In a recent post at the Originalism Blog, prominent originalist legal scholar Michael Ramsey notes the phenomenon of nonoriginalists like Sen. Bernie Sanders claiming that Trump's recent air strike on Syria requires congressional authorization. In Ramsey's view, this conclusion is difficult to justify on other than originalist grounds:
I agree [with Sanders].... But let's be clear that Senator Sanders and those agreeing with him are making an originalist argument. The Constitution given its original meaning is clear.... To "declare war" in eighteenth-century terms included "declaring" by taking military action as well as by issuing a proclamation, and even relatively small armed conflicts with foreign nations were considered "war."
In contrast, the nonoriginalist case against the President's war-initiation power is highly uncertain. It can be made....
But the argument the other way is strong as well. Circumstances have changed drastically since the Founding. Military action can take place much more quickly, and often needs to do so to be effective. The United States' air power superiority makes quick strikes more practical and less likely to involve material U.S. casualties. The power disparity and our limited objectives make it less likely that full-scale war will ensue. Congress has proved unwilling to wield the war-initiation power except for major conflicts (and sometimes not even then). Presidents have used their independent power to launch airstrikes repeatedly in modern times -- Clinton in Kosovo, Obama in Libya, Trump in Syria last year -- with relatively muted criticism. The President's lawyers have consistently taken the position across multiple administrations that Presidents have this power. No Supreme Court decision in modern times has even hinted at a limitation, as the Court has carefully avoided the issue.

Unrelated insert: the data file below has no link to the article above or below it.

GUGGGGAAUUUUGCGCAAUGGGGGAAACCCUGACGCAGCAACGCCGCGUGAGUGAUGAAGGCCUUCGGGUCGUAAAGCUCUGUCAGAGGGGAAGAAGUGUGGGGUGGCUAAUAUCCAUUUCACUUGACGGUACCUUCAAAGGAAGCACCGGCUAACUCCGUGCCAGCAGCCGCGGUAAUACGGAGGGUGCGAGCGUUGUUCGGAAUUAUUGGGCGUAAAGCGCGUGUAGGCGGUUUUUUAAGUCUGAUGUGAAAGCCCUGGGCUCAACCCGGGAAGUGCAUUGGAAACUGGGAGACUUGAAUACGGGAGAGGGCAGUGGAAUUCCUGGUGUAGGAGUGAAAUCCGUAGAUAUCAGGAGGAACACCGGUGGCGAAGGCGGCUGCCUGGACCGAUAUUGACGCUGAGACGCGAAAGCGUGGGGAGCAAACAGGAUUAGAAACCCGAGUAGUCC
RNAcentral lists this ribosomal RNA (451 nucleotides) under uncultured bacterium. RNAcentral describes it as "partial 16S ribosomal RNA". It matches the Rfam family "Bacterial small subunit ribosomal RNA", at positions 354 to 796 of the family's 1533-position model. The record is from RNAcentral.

Taking all these arguments together, there's a strong claim that the Constitution's meaning has evolved, or should be seen as evolving.
I think the nonoroginalist case for requiring congressional authorization is stronger than Ramsey gives it credit for. As Ramsey notes, the main living Constitution justification for letting the president initiate wars on his own is the greater need for speed in an era when events move more quickly than in the 18th century. But this ignores the reality that modern technology also makes it possible to get swift congressional authorization. In the 1790s, it could take weeks to gather all of the members of Congress in Washington when the legislature was out of session. Today, by contrast, modern jet travel enables virtually all of them to get back to DC within less than a day. No significant US military intervention has ever been decided on so quickly that Congress could not have been summoned to Washington in time, even if out of session. In this context, it is important to remember that we are talking about the power to initiate conflicts with foreign powers that the US was previously at peace with. No one denies that the president has the authority to respond if the other side attacks first (and thereby itself initiates war).